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Pat Buchanan - Nominee or indictee?

While perhaps too early for Democratic elites to panic and begin bailing out on Hillary Clinton's campaign as a doomed vessel, they would be well advised not to miss any of the lifeboat drills. For Hillary's campaign is taking on water at a rate that will sink her, if the leakage does not stop, and soon.

Initially, the issue of Hillary and the e-mails she sent and received as secretary of state seemed too wonkish, too complex, too trivial a matter to sink a candidacy as strong as hers.

Her nomination was considered as assured as any since Vice President Richard Nixon ran unopposed in 1960.

But since it was revealed that as secretary of state she used a private server for her e-mails, located in her home in Chappaqua, the bleeding of public trust has been unabated.

Her tortured explanation as to why she installed her own server only raised suspicions. Her erasure of 30,000 "personal e-mails," her initial refusal to turn her server over to State, her denials she ever received confidential information, her wiping of the server clean, her stonewalling, have all ravaged her reputation for truthfulness. And truthfulness was never Bill or Hillary's long suit.

And the issue of Clintonian entitlement and privilege has arisen again.

For Hillary showed a casualness in handling the nation's secrets that would have cost a civil servant at State, Defense or CIA his or her security clearance and job. And they would be facing charges and potentially jail time.

Indeed, now that Justice and the FBI have been called in to look at Hillary's handling of state secrets, it is not impossible that at the end of this road lies a federal indictment. Should that happen, her campaign and career would be over. And should that indictment come later rather than sooner, the Democratic Party could be headed into the election of 2016 led by a Brooklyn-born septuagenarian socialist.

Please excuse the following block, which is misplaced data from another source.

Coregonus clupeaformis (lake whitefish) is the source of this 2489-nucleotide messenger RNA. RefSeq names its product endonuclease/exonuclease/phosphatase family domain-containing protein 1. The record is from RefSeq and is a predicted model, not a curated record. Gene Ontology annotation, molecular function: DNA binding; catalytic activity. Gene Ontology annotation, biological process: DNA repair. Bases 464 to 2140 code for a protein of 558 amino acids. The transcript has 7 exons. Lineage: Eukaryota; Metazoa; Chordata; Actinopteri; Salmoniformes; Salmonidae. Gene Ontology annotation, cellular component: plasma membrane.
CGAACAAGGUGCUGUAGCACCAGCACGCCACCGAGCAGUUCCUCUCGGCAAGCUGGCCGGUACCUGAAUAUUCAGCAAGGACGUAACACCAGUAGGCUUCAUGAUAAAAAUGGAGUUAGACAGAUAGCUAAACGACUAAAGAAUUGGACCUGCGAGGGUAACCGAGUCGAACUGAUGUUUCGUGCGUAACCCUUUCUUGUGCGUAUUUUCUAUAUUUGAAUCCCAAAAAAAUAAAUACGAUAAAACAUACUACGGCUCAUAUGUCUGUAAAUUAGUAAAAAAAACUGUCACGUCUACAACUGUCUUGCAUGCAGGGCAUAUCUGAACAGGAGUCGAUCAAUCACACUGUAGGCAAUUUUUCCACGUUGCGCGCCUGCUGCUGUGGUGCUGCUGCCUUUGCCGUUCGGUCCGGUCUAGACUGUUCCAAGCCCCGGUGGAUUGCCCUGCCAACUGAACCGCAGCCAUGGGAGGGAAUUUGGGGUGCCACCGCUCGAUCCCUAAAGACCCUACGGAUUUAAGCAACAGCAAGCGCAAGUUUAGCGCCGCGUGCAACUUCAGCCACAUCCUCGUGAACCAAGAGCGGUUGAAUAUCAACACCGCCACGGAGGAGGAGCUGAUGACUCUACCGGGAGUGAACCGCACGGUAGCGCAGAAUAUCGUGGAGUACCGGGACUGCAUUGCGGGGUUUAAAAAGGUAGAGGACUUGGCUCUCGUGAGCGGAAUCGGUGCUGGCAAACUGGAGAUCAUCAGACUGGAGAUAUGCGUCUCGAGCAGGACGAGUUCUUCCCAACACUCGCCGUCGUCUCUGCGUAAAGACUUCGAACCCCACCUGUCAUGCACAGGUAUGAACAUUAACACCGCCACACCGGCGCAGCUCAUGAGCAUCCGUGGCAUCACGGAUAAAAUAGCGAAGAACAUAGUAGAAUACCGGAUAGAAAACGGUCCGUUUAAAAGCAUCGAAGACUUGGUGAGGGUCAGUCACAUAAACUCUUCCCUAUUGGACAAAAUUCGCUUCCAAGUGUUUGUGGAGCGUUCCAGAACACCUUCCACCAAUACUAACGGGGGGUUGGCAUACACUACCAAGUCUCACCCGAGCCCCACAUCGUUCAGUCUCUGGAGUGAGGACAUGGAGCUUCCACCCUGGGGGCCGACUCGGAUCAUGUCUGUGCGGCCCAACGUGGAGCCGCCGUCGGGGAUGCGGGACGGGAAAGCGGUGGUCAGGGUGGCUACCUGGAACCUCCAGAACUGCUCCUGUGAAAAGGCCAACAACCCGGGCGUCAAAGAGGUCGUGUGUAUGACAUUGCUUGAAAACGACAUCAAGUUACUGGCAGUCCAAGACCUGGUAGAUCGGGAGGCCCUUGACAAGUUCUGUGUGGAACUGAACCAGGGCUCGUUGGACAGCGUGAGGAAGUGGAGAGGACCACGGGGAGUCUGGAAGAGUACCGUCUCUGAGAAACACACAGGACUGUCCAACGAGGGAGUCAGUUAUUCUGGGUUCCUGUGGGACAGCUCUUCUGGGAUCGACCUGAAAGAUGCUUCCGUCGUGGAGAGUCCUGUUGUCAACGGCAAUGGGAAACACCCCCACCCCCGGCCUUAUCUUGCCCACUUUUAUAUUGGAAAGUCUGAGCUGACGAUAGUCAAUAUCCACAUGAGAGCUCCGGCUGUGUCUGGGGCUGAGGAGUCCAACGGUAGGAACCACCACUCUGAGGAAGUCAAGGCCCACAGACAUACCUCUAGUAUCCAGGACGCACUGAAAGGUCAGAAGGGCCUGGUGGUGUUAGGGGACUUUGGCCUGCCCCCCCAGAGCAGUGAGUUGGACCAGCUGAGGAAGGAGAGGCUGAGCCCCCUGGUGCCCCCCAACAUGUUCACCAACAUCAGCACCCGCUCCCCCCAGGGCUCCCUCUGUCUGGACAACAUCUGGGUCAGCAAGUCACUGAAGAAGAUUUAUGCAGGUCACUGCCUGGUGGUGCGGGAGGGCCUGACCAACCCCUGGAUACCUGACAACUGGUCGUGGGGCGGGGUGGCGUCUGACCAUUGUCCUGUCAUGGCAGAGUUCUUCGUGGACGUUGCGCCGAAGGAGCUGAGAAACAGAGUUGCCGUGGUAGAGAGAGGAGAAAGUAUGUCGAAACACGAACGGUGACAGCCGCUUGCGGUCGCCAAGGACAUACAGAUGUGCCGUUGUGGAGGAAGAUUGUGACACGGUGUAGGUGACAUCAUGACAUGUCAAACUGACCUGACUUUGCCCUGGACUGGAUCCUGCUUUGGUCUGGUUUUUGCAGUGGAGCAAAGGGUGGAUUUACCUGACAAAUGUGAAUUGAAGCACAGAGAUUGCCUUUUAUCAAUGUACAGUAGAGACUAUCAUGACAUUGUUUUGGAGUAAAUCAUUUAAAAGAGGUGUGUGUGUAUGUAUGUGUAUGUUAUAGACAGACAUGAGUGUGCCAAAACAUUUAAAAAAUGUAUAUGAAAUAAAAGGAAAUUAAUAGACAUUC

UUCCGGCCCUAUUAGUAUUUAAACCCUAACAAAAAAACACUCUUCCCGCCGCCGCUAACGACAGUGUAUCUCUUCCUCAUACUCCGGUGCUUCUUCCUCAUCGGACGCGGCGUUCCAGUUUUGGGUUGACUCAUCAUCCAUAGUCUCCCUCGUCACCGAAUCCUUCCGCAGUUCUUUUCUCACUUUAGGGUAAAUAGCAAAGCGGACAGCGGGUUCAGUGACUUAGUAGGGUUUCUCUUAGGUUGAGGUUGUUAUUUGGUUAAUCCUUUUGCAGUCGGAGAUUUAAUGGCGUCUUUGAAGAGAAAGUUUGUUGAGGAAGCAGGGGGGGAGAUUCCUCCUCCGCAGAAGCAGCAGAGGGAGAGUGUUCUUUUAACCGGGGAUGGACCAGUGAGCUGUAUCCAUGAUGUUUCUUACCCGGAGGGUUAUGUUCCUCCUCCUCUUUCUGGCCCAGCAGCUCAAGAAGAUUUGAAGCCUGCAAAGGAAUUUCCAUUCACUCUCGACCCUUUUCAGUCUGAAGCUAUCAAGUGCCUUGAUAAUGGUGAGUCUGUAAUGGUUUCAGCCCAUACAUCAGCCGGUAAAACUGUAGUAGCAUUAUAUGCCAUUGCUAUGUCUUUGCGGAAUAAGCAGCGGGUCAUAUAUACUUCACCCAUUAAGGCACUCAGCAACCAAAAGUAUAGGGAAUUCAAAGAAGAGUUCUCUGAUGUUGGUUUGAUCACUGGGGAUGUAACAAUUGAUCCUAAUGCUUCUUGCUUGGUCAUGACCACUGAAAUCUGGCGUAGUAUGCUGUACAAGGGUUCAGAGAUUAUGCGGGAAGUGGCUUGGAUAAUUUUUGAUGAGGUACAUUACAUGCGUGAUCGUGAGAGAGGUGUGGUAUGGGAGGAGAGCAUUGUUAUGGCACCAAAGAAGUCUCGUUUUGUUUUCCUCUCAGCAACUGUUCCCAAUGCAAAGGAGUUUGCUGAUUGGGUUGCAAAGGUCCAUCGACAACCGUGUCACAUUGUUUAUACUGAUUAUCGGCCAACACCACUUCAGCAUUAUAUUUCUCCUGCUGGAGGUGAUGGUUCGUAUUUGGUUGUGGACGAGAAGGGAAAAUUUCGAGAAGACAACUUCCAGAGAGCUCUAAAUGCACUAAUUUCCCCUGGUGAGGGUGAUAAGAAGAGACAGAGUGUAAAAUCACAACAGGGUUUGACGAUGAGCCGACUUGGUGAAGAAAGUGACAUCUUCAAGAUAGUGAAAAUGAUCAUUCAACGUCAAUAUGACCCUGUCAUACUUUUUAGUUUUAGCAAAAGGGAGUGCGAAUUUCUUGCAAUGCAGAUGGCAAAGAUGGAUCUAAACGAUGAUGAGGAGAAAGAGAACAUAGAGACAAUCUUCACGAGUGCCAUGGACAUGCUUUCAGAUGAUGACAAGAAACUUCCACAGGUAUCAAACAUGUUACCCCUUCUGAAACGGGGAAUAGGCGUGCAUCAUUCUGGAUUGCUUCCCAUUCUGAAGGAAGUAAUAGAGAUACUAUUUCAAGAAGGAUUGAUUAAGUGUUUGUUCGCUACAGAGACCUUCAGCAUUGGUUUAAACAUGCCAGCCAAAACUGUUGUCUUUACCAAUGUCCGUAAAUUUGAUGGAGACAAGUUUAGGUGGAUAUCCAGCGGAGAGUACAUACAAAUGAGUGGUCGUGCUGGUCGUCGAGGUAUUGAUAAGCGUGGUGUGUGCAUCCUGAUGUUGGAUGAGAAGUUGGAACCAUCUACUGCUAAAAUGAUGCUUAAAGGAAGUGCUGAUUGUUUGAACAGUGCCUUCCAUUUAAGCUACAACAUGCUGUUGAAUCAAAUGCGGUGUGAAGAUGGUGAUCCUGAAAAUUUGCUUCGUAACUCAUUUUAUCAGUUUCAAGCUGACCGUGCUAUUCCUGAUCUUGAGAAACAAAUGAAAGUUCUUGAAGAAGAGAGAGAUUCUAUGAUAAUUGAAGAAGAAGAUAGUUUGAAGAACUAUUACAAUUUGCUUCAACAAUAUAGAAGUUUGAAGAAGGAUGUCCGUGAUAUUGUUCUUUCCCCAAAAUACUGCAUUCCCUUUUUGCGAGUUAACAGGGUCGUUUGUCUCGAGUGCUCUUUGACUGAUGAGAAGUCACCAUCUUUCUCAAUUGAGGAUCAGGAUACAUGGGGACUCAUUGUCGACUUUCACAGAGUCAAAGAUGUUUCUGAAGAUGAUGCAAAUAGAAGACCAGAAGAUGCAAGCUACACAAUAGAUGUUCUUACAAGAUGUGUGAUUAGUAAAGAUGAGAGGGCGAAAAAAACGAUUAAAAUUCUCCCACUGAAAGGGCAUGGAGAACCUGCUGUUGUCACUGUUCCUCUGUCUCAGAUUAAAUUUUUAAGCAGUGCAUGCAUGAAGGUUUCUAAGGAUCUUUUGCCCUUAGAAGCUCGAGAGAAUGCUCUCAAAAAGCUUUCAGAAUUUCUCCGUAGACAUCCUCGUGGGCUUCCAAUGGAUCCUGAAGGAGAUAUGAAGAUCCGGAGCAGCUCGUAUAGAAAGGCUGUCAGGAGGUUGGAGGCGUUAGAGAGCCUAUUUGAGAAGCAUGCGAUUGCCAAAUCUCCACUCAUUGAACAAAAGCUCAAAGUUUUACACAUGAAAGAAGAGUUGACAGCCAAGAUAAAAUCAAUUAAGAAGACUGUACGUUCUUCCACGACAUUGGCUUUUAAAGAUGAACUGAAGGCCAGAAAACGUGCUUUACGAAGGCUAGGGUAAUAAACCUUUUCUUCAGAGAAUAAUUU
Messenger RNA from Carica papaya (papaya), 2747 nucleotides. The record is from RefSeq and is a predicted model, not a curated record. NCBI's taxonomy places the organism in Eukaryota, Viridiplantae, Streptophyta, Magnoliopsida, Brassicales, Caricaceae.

Every day that new revelations come about Hillary and her e-mails, and every week that passes between now and when the filing deadlines for the primaries begin to fall, this becomes a real possibility.

Again, the problem here for Hillary and the Democratic Party is that the investigators at Justice, the FBI, and in a hostile Congress and the media, are far from wrapping this up. They all have their teeth in it, and they are not going away. And there is nothing Hillary can do to halt the investigations, or plug the leaks, or, it seems, to change the subject.
What, really, is the relevance of her $350 billion plan to get the super-rich to pay off student loans, if Hillary is being lawyered up?

The Democratic Party is approaching the fail-safe point. If it appears that Hillary is headed for the knacker's yard, then to whom do the Democratic elites turn, and, equally important, when do they move? For they cannot wait too long.

Hence, a "Draft Biden" movement has begun, and veterans of President Obama's campaigns are signing on.

Yet the vice president should think long and hard about whether and when he plunges into the Democratic race. For his announcement of availability would be a signal that Joe Biden thinks Hillary is politically dead, or close to it, and he is coming in to drop the hammer.

This would be seen as act of crass political opportunism, seizing upon Hillary's travails, shouldering her aside, and seizing a nomination millions of Democrats have long believed was hers by right. How would the millions of Democratic women who have looked forward to the first woman president respond to Biden's barreling in and finishing her off? How enthusiastic would those women and feminists be for a Candidate Biden who had delivered the deathblow to Hillary and blocked for another decade any chance of a woman as president?

Joe would certainly be up for Chauvinist of the Year 2015.

And other problems would arise for a Biden candidacy. Would Bill and Hillary Clinton be out there stumping to help Joe win the presidency, when both had dreamed of her having it?

Joe would have to beat Bernie Sanders and rout the Elizabeth Warren liberals. He would have to woo back the big contributors in the Jewish community who believe Barack Obama and John Kerry threw Israel and Bibi under the bus to cut a deal that empowers the world's leading "state sponsor of terrorism".

If Joe is having second thoughts about getting in, who can blame him? As the old saw goes, "Don't put all your eggs in one basket."

But for Democrats, such counsel comes too late. Hillary is carrying their basket of eggs, and slipping all over the sidewalk. If they procrastinate in designating someone else to catch the basket if it falls, they get Bernie. But if they move too soon, they will be charged with sabotaging the last best chance for America to elect a woman president.

A nice problem for those ubiquitous cable TV talking heads who identify themselves as "Democratic strategists".

(Syndicated columnist Pat Buchanan has been a senior advisor to three presidents, twice a candidate for the Republican presidential nomination and the presidential nominee of the Reform Party in 2000. He won the New Hampshire Republican Primary in 1996.)